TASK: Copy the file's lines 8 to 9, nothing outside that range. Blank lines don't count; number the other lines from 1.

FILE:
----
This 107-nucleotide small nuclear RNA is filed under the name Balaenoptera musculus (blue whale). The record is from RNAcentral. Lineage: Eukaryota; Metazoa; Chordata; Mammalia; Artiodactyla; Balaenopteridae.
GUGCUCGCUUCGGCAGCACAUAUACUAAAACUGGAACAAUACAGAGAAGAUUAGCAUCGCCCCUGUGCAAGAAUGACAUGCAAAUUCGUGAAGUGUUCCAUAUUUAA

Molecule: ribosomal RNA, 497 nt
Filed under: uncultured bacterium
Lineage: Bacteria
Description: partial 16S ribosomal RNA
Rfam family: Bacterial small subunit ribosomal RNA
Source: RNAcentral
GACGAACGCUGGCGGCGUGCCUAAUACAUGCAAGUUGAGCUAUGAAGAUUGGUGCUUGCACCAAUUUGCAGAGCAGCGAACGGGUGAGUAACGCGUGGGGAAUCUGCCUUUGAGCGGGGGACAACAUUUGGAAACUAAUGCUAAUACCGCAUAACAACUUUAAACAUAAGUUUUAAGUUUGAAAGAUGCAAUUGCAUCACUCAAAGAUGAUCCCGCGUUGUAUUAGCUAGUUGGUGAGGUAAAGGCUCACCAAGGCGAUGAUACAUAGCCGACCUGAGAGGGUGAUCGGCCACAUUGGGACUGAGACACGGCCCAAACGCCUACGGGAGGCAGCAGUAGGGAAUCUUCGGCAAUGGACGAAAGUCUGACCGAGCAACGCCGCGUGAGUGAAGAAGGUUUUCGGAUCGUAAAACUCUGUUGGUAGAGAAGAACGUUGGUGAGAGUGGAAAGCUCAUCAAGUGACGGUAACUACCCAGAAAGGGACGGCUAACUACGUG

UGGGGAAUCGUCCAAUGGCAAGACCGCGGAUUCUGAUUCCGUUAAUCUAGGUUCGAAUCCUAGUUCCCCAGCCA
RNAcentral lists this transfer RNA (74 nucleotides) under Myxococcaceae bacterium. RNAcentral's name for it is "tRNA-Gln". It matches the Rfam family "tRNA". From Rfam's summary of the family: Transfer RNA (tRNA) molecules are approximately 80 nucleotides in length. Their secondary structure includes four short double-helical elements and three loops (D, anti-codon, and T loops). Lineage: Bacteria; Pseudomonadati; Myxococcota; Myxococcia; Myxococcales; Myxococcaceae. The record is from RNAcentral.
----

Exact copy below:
Source: RNAcentral
GACGAACGCUGGCGGCGUGCCUAAUACAUGCAAGUUGAGCUAUGAAGAUUGGUGCUUGCACCAAUUUGCAGAGCAGCGAACGGGUGAGUAACGCGUGGGGAAUCUGCCUUUGAGCGGGGGACAACAUUUGGAAACUAAUGCUAAUACCGCAUAACAACUUUAAACAUAAGUUUUAAGUUUGAAAGAUGCAAUUGCAUCACUCAAAGAUGAUCCCGCGUUGUAUUAGCUAGUUGGUGAGGUAAAGGCUCACCAAGGCGAUGAUACAUAGCCGACCUGAGAGGGUGAUCGGCCACAUUGGGACUGAGACACGGCCCAAACGCCUACGGGAGGCAGCAGUAGGGAAUCUUCGGCAAUGGACGAAAGUCUGACCGAGCAACGCCGCGUGAGUGAAGAAGGUUUUCGGAUCGUAAAACUCUGUUGGUAGAGAAGAACGUUGGUGAGAGUGGAAAGCUCAUCAAGUGACGGUAACUACCCAGAAAGGGACGGCUAACUACGUG